Directed by Eran Creevey
Written by Eran Creevey
United Kingdom, 2013
Anyone who watches Welcome to the Punch will, at some point, feel the unerring prick of realization running up their spine. In full, the film is technically original, but in its parts, the seasoned moviegoer will recognize a number of elements from pretty much every crime drama released in the last 30 years. We have a dogged, Javert-like cop looking for revenge for a past slight, a conspiracy that reaches far and wide both within the force and within the world of big-city politics, and the sleek silvers and blues meant to point out the inherent, Michael Mann-esque moodiness on screen. Welcome to the Punch has an impressive cast of British toughs, but its familiarity breeds a bit of contempt by the end.
The renegade cop this time is Max Lewinsky (James McAvoy), still nursing a grudge after getting shot 3 years ago by feared criminal Jacob Sternwood (Mark Strong). Sternwood bolted to Iceland after that incident, but is lured back to London when his son is seriously wounded while getting involved in similar unsavory activities. Soon, Max is back on the case, hoping to bring Sternwood down with his watchful partner (Andrea Riseborough). Soon, everyone in this tangled web quickly becomes aware of how Sternwood’s son’s injury is a microcosm of a bigger, more deadly problem involving politicians, gun death rates, and other predictably nasty crime-drama tropes.
Writer-director Eran Creevey is obsessed, it seems, with aping the style of Michael Mann’s best films, like Heat and The Insider, oversaturating the film’s color palette with silvers and blues. Every time we see a color like yellow or red—rare moments, these—it’s both a breath of fresh air and almost blinding to look at. Welcome to the Punch is awash in blue, making the color scheme translate into a visual form of white noise. It’s not so much that the film’s palette is unique, but that the story is too low-key to have a pulse. The only sequence that stands out—a third-act confrontation at one heavy’s grandmother’s house—owes a debt to someone equally inspired by Mann, Christopher Nolan, and his sci-fi film Inception; the scene is marked by its extreme slow-motion and its throbbing, Hans Zimmer-esque score.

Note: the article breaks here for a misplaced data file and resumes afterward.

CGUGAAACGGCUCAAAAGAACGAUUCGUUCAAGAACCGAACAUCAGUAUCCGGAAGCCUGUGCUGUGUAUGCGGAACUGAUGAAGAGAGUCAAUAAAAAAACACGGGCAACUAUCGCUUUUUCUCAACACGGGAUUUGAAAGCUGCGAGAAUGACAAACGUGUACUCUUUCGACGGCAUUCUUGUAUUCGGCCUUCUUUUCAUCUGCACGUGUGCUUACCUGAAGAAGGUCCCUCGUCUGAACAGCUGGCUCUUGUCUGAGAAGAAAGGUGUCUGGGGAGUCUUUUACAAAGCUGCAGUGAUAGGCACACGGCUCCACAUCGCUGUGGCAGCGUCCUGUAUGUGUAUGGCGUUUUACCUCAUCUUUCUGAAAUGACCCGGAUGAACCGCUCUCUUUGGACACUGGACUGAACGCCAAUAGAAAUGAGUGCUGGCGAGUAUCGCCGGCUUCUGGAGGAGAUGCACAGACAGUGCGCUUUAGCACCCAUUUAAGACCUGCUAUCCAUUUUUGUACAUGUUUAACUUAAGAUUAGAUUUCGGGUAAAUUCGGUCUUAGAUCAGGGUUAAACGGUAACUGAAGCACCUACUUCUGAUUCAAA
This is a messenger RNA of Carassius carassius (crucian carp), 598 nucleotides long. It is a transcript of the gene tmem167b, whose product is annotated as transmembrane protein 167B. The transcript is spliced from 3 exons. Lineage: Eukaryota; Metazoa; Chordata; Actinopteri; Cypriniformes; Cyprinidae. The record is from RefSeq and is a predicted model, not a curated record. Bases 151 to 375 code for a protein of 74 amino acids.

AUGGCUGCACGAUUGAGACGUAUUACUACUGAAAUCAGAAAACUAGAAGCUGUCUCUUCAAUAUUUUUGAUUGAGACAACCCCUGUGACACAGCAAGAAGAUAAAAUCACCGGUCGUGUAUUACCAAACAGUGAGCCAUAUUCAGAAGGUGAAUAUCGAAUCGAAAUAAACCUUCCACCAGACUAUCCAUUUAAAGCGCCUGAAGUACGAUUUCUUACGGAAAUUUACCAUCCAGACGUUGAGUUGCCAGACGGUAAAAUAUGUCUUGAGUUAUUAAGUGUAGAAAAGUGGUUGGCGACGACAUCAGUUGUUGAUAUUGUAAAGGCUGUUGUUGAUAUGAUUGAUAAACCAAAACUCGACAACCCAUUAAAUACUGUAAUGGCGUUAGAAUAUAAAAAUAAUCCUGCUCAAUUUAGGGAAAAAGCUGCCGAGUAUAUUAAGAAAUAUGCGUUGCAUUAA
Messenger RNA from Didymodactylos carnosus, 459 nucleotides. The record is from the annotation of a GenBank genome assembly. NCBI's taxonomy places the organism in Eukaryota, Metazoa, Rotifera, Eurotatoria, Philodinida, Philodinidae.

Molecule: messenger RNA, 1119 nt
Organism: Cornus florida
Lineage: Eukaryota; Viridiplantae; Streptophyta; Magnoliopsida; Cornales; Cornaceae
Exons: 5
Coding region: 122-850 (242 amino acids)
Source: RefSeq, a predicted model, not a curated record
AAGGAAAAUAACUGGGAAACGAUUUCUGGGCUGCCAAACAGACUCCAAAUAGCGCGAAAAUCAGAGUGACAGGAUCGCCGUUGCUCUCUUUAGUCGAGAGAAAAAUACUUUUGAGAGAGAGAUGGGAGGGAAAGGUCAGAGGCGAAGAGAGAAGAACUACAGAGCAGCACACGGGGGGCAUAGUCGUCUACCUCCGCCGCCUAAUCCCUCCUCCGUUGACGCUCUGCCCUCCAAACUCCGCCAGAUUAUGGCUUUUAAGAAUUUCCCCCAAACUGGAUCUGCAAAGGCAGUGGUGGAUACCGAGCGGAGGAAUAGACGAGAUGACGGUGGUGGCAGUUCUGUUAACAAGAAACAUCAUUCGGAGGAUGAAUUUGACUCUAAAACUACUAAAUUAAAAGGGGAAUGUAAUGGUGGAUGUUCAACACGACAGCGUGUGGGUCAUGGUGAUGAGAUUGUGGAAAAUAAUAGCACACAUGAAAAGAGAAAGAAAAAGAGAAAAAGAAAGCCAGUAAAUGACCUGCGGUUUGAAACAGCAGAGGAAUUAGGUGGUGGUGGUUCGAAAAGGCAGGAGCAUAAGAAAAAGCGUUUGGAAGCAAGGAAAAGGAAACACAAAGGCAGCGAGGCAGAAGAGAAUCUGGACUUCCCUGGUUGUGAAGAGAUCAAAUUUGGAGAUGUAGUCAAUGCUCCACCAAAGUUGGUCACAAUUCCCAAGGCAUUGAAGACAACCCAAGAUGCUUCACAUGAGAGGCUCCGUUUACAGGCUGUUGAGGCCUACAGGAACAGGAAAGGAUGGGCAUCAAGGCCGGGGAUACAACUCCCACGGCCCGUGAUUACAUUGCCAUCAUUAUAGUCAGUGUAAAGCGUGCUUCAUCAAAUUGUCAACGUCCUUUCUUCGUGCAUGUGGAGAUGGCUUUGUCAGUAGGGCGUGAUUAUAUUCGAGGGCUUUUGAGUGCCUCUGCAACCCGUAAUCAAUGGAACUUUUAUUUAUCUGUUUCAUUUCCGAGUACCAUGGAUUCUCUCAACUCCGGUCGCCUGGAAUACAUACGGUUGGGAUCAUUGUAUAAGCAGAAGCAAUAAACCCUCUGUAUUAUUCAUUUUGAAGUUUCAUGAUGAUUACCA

James McAvoy acquits himself well enough as Lewinsky, a cop whose temper often gets the better of him. He’s well-matched by Strong, a performer who exudes menace from his every pore. Strong has a tendency to physically overpower McAvoy—it’s not terribly shocking that Max gets shot, even in the leg, in the propulsive prologue—but as the conspiracy reveals itself in unsurprising fashion, and they get closer than expected, it’s at least agreeably grim. Riseborough is decent in her time onscreen, as are other British crime-drama stalwarts like Peter Mullan, Jason Flemyng, and David Morrissey. Welcome to the Punch is so dour that the characters ought to crack a smile once in a while, though, and it would be nice for a bit of levity to be sprinkled throughout. (That sequence which feels too similar to Inception may inspire a few laughs, but for the wrong reasons.)
Basically, what sinks Welcome to the Punch is that nagging feeling that you have seen this story told every way, up and down, backwards and forwards. We have, for decades before and to come, thrilled to police-procedural stories on television and in film; however, even within such a common genre, it’s nice to see something new brought to the table. The specifics of the conspiracy in this movie may be unique, but it’s particularly easy to figure out which characters are involved almost from the moment we meet them. We have seen before the cop who trusts all other police officers even if he doesn’t get along with them, only to have that trust proven wrong once it’s revealed that the entire force is dirty, if not for the few honest cops! Gasp, shock, surprise, etc.
Welcome to the Punch is a slick, colorless stew whose ingredients are a dash of every cop movie of the last 30 years. It has one primary advantage: a colorful cast that, at times, almost makes up for the lack of visual flair. James McAvoy and Mark Strong make for a fine leading duo, both playing characters who do a hefty amount of detective work in between spraying bullets all over the back alleys of London. But their combined talent isn’t enough to obscure that the story beats of Welcome to the Punch are fusty and worn out, even if they’ve been dressed up in shiny, designer fashion.
— Josh Spiegel